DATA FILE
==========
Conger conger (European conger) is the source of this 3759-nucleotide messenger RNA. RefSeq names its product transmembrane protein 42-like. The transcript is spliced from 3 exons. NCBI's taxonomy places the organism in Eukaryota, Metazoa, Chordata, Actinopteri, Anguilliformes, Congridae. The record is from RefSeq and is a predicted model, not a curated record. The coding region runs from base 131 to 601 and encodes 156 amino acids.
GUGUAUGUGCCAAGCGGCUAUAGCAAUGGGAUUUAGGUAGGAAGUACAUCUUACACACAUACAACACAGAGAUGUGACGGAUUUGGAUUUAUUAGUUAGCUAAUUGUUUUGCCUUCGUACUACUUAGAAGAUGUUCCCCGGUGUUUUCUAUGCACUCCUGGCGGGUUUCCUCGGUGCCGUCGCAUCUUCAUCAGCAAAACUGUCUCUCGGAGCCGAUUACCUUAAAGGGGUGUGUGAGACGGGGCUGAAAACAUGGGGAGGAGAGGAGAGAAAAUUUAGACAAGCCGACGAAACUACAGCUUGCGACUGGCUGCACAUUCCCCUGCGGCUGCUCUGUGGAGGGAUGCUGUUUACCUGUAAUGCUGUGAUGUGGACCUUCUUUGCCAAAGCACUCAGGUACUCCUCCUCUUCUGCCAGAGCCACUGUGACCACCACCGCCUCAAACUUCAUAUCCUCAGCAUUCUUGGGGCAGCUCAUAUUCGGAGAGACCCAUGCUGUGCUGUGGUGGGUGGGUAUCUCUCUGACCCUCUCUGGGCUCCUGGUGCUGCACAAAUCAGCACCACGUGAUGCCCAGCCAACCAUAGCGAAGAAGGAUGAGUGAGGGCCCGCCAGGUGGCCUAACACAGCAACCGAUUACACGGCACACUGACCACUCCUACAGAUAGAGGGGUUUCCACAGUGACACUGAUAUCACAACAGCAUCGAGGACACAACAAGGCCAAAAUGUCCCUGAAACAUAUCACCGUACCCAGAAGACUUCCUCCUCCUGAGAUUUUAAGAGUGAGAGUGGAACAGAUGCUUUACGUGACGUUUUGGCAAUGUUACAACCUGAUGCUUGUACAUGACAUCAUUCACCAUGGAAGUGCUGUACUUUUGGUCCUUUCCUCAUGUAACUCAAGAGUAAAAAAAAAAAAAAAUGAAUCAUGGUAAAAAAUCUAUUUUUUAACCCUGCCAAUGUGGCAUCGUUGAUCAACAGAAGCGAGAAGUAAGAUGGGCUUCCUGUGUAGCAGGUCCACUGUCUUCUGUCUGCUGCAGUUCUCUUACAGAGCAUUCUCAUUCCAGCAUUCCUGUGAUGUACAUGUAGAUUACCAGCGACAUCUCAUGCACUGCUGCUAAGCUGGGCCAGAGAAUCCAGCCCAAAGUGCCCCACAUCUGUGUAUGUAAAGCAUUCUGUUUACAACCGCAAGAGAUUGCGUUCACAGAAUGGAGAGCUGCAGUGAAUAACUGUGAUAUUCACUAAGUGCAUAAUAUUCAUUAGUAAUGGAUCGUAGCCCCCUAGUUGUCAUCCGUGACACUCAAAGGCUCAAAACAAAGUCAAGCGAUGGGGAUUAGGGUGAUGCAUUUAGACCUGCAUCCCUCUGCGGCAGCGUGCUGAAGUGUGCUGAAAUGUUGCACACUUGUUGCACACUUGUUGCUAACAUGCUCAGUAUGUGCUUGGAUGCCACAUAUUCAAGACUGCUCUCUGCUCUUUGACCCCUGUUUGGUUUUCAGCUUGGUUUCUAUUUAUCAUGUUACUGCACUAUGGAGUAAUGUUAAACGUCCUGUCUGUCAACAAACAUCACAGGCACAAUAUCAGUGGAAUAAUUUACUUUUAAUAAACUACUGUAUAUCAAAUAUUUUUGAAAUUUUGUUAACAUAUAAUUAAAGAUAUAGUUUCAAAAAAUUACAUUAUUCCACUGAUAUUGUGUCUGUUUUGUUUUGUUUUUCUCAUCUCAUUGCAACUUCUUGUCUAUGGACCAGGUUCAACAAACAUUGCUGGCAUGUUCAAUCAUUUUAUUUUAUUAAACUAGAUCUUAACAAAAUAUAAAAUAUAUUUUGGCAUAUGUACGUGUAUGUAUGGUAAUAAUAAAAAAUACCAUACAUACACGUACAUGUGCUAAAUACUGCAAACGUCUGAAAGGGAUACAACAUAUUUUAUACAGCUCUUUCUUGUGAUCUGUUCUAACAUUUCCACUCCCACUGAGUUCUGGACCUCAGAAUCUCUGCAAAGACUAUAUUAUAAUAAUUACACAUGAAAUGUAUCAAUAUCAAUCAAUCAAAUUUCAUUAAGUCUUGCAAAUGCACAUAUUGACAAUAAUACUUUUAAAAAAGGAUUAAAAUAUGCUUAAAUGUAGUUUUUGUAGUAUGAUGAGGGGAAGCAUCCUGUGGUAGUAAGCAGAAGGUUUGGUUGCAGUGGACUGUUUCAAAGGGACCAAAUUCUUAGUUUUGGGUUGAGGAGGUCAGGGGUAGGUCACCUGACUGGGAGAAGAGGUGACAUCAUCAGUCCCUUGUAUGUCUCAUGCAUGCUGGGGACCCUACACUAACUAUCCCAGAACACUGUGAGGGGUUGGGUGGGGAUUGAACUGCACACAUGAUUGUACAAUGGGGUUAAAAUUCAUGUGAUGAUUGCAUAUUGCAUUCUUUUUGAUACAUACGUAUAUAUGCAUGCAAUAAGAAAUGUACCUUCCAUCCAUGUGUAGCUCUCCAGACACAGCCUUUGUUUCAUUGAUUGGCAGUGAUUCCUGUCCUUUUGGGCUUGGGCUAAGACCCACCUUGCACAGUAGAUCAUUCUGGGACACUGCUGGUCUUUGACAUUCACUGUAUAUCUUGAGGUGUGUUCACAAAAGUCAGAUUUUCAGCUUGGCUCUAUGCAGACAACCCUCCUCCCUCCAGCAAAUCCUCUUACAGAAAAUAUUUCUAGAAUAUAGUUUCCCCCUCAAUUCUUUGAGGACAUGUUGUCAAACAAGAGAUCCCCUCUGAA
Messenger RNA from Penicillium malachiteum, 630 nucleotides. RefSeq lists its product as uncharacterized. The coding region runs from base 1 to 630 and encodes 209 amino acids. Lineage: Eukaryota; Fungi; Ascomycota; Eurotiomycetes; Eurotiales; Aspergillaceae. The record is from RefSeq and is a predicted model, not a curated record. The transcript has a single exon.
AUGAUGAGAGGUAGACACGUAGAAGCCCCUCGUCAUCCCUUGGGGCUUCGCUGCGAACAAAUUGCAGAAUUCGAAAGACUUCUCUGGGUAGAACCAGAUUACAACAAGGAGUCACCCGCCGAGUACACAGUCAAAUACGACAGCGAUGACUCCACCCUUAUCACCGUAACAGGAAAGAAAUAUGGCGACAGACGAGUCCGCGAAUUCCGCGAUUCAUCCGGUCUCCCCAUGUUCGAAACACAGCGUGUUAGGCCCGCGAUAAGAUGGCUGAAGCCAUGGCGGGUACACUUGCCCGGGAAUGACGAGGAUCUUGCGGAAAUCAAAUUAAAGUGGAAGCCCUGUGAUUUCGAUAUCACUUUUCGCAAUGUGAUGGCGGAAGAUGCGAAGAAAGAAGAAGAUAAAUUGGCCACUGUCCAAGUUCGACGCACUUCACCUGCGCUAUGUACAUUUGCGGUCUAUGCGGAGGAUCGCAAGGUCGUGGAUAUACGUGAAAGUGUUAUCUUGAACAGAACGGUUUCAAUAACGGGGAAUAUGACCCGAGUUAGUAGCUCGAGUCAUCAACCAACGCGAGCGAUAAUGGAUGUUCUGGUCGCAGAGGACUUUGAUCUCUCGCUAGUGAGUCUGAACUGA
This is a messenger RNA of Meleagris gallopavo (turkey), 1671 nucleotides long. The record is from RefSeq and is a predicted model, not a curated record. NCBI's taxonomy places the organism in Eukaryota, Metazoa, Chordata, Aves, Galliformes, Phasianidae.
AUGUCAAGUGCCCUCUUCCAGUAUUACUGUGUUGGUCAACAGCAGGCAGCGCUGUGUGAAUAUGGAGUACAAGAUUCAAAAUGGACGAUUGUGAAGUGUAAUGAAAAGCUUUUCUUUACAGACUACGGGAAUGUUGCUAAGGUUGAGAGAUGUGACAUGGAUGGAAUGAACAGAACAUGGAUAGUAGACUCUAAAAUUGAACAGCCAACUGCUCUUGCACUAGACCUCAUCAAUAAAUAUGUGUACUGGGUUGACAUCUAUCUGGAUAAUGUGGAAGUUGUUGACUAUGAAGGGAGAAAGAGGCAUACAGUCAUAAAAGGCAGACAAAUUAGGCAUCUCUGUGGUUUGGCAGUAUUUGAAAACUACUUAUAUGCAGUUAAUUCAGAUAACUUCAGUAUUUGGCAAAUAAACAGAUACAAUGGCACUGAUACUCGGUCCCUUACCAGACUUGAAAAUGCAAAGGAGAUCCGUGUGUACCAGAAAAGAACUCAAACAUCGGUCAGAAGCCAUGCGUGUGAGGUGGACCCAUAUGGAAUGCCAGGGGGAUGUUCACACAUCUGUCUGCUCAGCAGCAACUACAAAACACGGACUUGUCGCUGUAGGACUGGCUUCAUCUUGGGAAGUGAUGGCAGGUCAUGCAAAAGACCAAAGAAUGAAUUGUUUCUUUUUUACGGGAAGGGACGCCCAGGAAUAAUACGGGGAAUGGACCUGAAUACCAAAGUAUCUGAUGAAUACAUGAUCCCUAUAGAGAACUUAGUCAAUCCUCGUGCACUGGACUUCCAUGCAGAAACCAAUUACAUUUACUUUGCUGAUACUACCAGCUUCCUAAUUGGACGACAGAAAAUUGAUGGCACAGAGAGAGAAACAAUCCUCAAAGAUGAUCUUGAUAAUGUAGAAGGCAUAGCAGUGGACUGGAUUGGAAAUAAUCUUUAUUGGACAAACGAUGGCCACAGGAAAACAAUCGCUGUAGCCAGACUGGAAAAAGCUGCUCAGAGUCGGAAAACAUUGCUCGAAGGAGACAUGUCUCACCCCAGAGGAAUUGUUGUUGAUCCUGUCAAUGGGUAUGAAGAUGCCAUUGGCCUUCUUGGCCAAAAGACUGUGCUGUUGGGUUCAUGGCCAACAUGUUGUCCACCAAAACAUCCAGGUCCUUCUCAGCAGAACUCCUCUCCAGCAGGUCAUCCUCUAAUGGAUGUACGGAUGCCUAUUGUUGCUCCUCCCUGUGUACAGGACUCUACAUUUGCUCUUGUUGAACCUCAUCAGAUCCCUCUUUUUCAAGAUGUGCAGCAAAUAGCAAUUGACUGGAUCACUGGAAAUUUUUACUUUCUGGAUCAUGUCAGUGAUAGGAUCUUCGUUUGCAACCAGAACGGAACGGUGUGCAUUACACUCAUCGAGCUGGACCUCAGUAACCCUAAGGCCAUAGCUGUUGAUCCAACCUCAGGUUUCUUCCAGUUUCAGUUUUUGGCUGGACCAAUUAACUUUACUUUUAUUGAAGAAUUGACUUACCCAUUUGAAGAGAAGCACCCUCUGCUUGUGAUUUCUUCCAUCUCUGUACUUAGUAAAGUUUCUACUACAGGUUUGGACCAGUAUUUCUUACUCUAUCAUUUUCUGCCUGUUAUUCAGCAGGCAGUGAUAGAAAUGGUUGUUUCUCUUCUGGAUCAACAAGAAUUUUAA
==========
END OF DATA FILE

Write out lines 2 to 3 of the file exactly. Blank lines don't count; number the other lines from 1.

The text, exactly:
GUGUAUGUGCCAAGCGGCUAUAGCAAUGGGAUUUAGGUAGGAAGUACAUCUUACACACAUACAACACAGAGAUGUGACGGAUUUGGAUUUAUUAGUUAGCUAAUUGUUUUGCCUUCGUACUACUUAGAAGAUGUUCCCCGGUGUUUUCUAUGCACUCCUGGCGGGUUUCCUCGGUGCCGUCGCAUCUUCAUCAGCAAAACUGUCUCUCGGAGCCGAUUACCUUAAAGGGGUGUGUGAGACGGGGCUGAAAACAUGGGGAGGAGAGGAGAGAAAAUUUAGACAAGCCGACGAAACUACAGCUUGCGACUGGCUGCACAUUCCCCUGCGGCUGCUCUGUGGAGGGAUGCUGUUUACCUGUAAUGCUGUGAUGUGGACCUUCUUUGCCAAAGCACUCAGGUACUCCUCCUCUUCUGCCAGAGCCACUGUGACCACCACCGCCUCAAACUUCAUAUCCUCAGCAUUCUUGGGGCAGCUCAUAUUCGGAGAGACCCAUGCUGUGCUGUGGUGGGUGGGUAUCUCUCUGACCCUCUCUGGGCUCCUGGUGCUGCACAAAUCAGCACCACGUGAUGCCCAGCCAACCAUAGCGAAGAAGGAUGAGUGAGGGCCCGCCAGGUGGCCUAACACAGCAACCGAUUACACGGCACACUGACCACUCCUACAGAUAGAGGGGUUUCCACAGUGACACUGAUAUCACAACAGCAUCGAGGACACAACAAGGCCAAAAUGUCCCUGAAACAUAUCACCGUACCCAGAAGACUUCCUCCUCCUGAGAUUUUAAGAGUGAGAGUGGAACAGAUGCUUUACGUGACGUUUUGGCAAUGUUACAACCUGAUGCUUGUACAUGACAUCAUUCACCAUGGAAGUGCUGUACUUUUGGUCCUUUCCUCAUGUAACUCAAGAGUAAAAAAAAAAAAAAAUGAAUCAUGGUAAAAAAUCUAUUUUUUAACCCUGCCAAUGUGGCAUCGUUGAUCAACAGAAGCGAGAAGUAAGAUGGGCUUCCUGUGUAGCAGGUCCACUGUCUUCUGUCUGCUGCAGUUCUCUUACAGAGCAUUCUCAUUCCAGCAUUCCUGUGAUGUACAUGUAGAUUACCAGCGACAUCUCAUGCACUGCUGCUAAGCUGGGCCAGAGAAUCCAGCCCAAAGUGCCCCACAUCUGUGUAUGUAAAGCAUUCUGUUUACAACCGCAAGAGAUUGCGUUCACAGAAUGGAGAGCUGCAGUGAAUAACUGUGAUAUUCACUAAGUGCAUAAUAUUCAUUAGUAAUGGAUCGUAGCCCCCUAGUUGUCAUCCGUGACACUCAAAGGCUCAAAACAAAGUCAAGCGAUGGGGAUUAGGGUGAUGCAUUUAGACCUGCAUCCCUCUGCGGCAGCGUGCUGAAGUGUGCUGAAAUGUUGCACACUUGUUGCACACUUGUUGCUAACAUGCUCAGUAUGUGCUUGGAUGCCACAUAUUCAAGACUGCUCUCUGCUCUUUGACCCCUGUUUGGUUUUCAGCUUGGUUUCUAUUUAUCAUGUUACUGCACUAUGGAGUAAUGUUAAACGUCCUGUCUGUCAACAAACAUCACAGGCACAAUAUCAGUGGAAUAAUUUACUUUUAAUAAACUACUGUAUAUCAAAUAUUUUUGAAAUUUUGUUAACAUAUAAUUAAAGAUAUAGUUUCAAAAAAUUACAUUAUUCCACUGAUAUUGUGUCUGUUUUGUUUUGUUUUUCUCAUCUCAUUGCAACUUCUUGUCUAUGGACCAGGUUCAACAAACAUUGCUGGCAUGUUCAAUCAUUUUAUUUUAUUAAACUAGAUCUUAACAAAAUAUAAAAUAUAUUUUGGCAUAUGUACGUGUAUGUAUGGUAAUAAUAAAAAAUACCAUACAUACACGUACAUGUGCUAAAUACUGCAAACGUCUGAAAGGGAUACAACAUAUUUUAUACAGCUCUUUCUUGUGAUCUGUUCUAACAUUUCCACUCCCACUGAGUUCUGGACCUCAGAAUCUCUGCAAAGACUAUAUUAUAAUAAUUACACAUGAAAUGUAUCAAUAUCAAUCAAUCAAAUUUCAUUAAGUCUUGCAAAUGCACAUAUUGACAAUAAUACUUUUAAAAAAGGAUUAAAAUAUGCUUAAAUGUAGUUUUUGUAGUAUGAUGAGGGGAAGCAUCCUGUGGUAGUAAGCAGAAGGUUUGGUUGCAGUGGACUGUUUCAAAGGGACCAAAUUCUUAGUUUUGGGUUGAGGAGGUCAGGGGUAGGUCACCUGACUGGGAGAAGAGGUGACAUCAUCAGUCCCUUGUAUGUCUCAUGCAUGCUGGGGACCCUACACUAACUAUCCCAGAACACUGUGAGGGGUUGGGUGGGGAUUGAACUGCACACAUGAUUGUACAAUGGGGUUAAAAUUCAUGUGAUGAUUGCAUAUUGCAUUCUUUUUGAUACAUACGUAUAUAUGCAUGCAAUAAGAAAUGUACCUUCCAUCCAUGUGUAGCUCUCCAGACACAGCCUUUGUUUCAUUGAUUGGCAGUGAUUCCUGUCCUUUUGGGCUUGGGCUAAGACCCACCUUGCACAGUAGAUCAUUCUGGGACACUGCUGGUCUUUGACAUUCACUGUAUAUCUUGAGGUGUGUUCACAAAAGUCAGAUUUUCAGCUUGGCUCUAUGCAGACAACCCUCCUCCCUCCAGCAAAUCCUCUUACAGAAAAUAUUUCUAGAAUAUAGUUUCCCCCUCAAUUCUUUGAGGACAUGUUGUCAAACAAGAGAUCCCCUCUGAA
Messenger RNA from Penicillium malachiteum, 630 nucleotides. RefSeq lists its product as uncharacterized. The coding region runs from base 1 to 630 and encodes 209 amino acids. Lineage: Eukaryota; Fungi; Ascomycota; Eurotiomycetes; Eurotiales; Aspergillaceae. The record is from RefSeq and is a predicted model, not a curated record. The transcript has a single exon.